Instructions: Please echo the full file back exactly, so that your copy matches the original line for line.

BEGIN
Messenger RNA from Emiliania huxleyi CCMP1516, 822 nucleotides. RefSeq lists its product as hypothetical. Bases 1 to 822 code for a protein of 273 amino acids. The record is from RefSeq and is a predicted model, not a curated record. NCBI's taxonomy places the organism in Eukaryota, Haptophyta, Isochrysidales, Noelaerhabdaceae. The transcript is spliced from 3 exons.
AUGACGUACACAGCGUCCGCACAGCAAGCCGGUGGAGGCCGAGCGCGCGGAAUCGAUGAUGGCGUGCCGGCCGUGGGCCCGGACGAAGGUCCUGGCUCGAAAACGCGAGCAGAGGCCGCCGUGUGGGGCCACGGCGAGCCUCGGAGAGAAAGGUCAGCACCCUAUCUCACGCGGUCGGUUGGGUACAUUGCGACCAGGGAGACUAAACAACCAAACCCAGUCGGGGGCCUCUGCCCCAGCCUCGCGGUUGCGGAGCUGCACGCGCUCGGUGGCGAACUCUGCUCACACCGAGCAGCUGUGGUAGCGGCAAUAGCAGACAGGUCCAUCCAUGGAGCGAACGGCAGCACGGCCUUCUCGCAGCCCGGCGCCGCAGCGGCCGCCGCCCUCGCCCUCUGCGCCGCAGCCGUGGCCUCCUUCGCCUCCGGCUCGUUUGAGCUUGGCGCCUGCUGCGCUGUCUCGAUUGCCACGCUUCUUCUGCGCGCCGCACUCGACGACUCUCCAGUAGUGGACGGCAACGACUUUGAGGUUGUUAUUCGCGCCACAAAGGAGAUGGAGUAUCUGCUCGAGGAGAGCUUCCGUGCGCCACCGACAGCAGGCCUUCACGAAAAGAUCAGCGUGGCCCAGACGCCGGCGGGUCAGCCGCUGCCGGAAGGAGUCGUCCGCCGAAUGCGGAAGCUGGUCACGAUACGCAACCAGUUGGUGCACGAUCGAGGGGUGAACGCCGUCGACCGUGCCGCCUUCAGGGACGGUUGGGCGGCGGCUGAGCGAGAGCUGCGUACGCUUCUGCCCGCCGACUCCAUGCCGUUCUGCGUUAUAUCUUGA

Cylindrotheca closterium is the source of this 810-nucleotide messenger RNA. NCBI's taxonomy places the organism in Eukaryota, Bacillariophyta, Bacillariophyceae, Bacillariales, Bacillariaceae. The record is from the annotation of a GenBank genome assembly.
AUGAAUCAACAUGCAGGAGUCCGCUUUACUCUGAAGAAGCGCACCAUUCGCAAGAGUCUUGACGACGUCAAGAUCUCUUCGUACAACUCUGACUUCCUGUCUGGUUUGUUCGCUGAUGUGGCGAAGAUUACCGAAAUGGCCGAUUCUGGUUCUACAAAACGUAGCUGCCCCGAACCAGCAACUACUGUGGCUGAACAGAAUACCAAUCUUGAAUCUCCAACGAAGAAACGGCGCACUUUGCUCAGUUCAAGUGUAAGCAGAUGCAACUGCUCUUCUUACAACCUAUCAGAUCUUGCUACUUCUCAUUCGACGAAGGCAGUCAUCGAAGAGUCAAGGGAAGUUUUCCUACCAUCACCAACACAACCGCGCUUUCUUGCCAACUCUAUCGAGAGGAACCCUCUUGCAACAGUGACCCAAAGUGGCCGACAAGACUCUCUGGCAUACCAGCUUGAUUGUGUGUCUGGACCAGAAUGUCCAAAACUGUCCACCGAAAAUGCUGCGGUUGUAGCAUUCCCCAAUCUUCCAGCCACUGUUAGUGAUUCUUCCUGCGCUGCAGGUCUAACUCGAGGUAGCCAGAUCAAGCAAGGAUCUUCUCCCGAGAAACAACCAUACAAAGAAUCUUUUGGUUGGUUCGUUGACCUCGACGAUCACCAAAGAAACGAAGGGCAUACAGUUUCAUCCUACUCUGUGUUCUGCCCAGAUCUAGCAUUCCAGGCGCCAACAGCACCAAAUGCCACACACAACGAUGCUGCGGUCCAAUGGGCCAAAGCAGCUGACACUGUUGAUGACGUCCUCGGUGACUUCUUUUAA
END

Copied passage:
Messenger RNA from Emiliania huxleyi CCMP1516, 822 nucleotides. RefSeq lists its product as hypothetical. Bases 1 to 822 code for a protein of 273 amino acids. The record is from RefSeq and is a predicted model, not a curated record. NCBI's taxonomy places the organism in Eukaryota, Haptophyta, Isochrysidales, Noelaerhabdaceae. The transcript is spliced from 3 exons.
AUGACGUACACAGCGUCCGCACAGCAAGCCGGUGGAGGCCGAGCGCGCGGAAUCGAUGAUGGCGUGCCGGCCGUGGGCCCGGACGAAGGUCCUGGCUCGAAAACGCGAGCAGAGGCCGCCGUGUGGGGCCACGGCGAGCCUCGGAGAGAAAGGUCAGCACCCUAUCUCACGCGGUCGGUUGGGUACAUUGCGACCAGGGAGACUAAACAACCAAACCCAGUCGGGGGCCUCUGCCCCAGCCUCGCGGUUGCGGAGCUGCACGCGCUCGGUGGCGAACUCUGCUCACACCGAGCAGCUGUGGUAGCGGCAAUAGCAGACAGGUCCAUCCAUGGAGCGAACGGCAGCACGGCCUUCUCGCAGCCCGGCGCCGCAGCGGCCGCCGCCCUCGCCCUCUGCGCCGCAGCCGUGGCCUCCUUCGCCUCCGGCUCGUUUGAGCUUGGCGCCUGCUGCGCUGUCUCGAUUGCCACGCUUCUUCUGCGCGCCGCACUCGACGACUCUCCAGUAGUGGACGGCAACGACUUUGAGGUUGUUAUUCGCGCCACAAAGGAGAUGGAGUAUCUGCUCGAGGAGAGCUUCCGUGCGCCACCGACAGCAGGCCUUCACGAAAAGAUCAGCGUGGCCCAGACGCCGGCGGGUCAGCCGCUGCCGGAAGGAGUCGUCCGCCGAAUGCGGAAGCUGGUCACGAUACGCAACCAGUUGGUGCACGAUCGAGGGGUGAACGCCGUCGACCGUGCCGCCUUCAGGGACGGUUGGGCGGCGGCUGAGCGAGAGCUGCGUACGCUUCUGCCCGCCGACUCCAUGCCGUUCUGCGUUAUAUCUUGA

Cylindrotheca closterium is the source of this 810-nucleotide messenger RNA. NCBI's taxonomy places the organism in Eukaryota, Bacillariophyta, Bacillariophyceae, Bacillariales, Bacillariaceae. The record is from the annotation of a GenBank genome assembly.
AUGAAUCAACAUGCAGGAGUCCGCUUUACUCUGAAGAAGCGCACCAUUCGCAAGAGUCUUGACGACGUCAAGAUCUCUUCGUACAACUCUGACUUCCUGUCUGGUUUGUUCGCUGAUGUGGCGAAGAUUACCGAAAUGGCCGAUUCUGGUUCUACAAAACGUAGCUGCCCCGAACCAGCAACUACUGUGGCUGAACAGAAUACCAAUCUUGAAUCUCCAACGAAGAAACGGCGCACUUUGCUCAGUUCAAGUGUAAGCAGAUGCAACUGCUCUUCUUACAACCUAUCAGAUCUUGCUACUUCUCAUUCGACGAAGGCAGUCAUCGAAGAGUCAAGGGAAGUUUUCCUACCAUCACCAACACAACCGCGCUUUCUUGCCAACUCUAUCGAGAGGAACCCUCUUGCAACAGUGACCCAAAGUGGCCGACAAGACUCUCUGGCAUACCAGCUUGAUUGUGUGUCUGGACCAGAAUGUCCAAAACUGUCCACCGAAAAUGCUGCGGUUGUAGCAUUCCCCAAUCUUCCAGCCACUGUUAGUGAUUCUUCCUGCGCUGCAGGUCUAACUCGAGGUAGCCAGAUCAAGCAAGGAUCUUCUCCCGAGAAACAACCAUACAAAGAAUCUUUUGGUUGGUUCGUUGACCUCGACGAUCACCAAAGAAACGAAGGGCAUACAGUUUCAUCCUACUCUGUGUUCUGCCCAGAUCUAGCAUUCCAGGCGCCAACAGCACCAAAUGCCACACACAACGAUGCUGCGGUCCAAUGGGCCAAAGCAGCUGACACUGUUGAUGACGUCCUCGGUGACUUCUUUUAA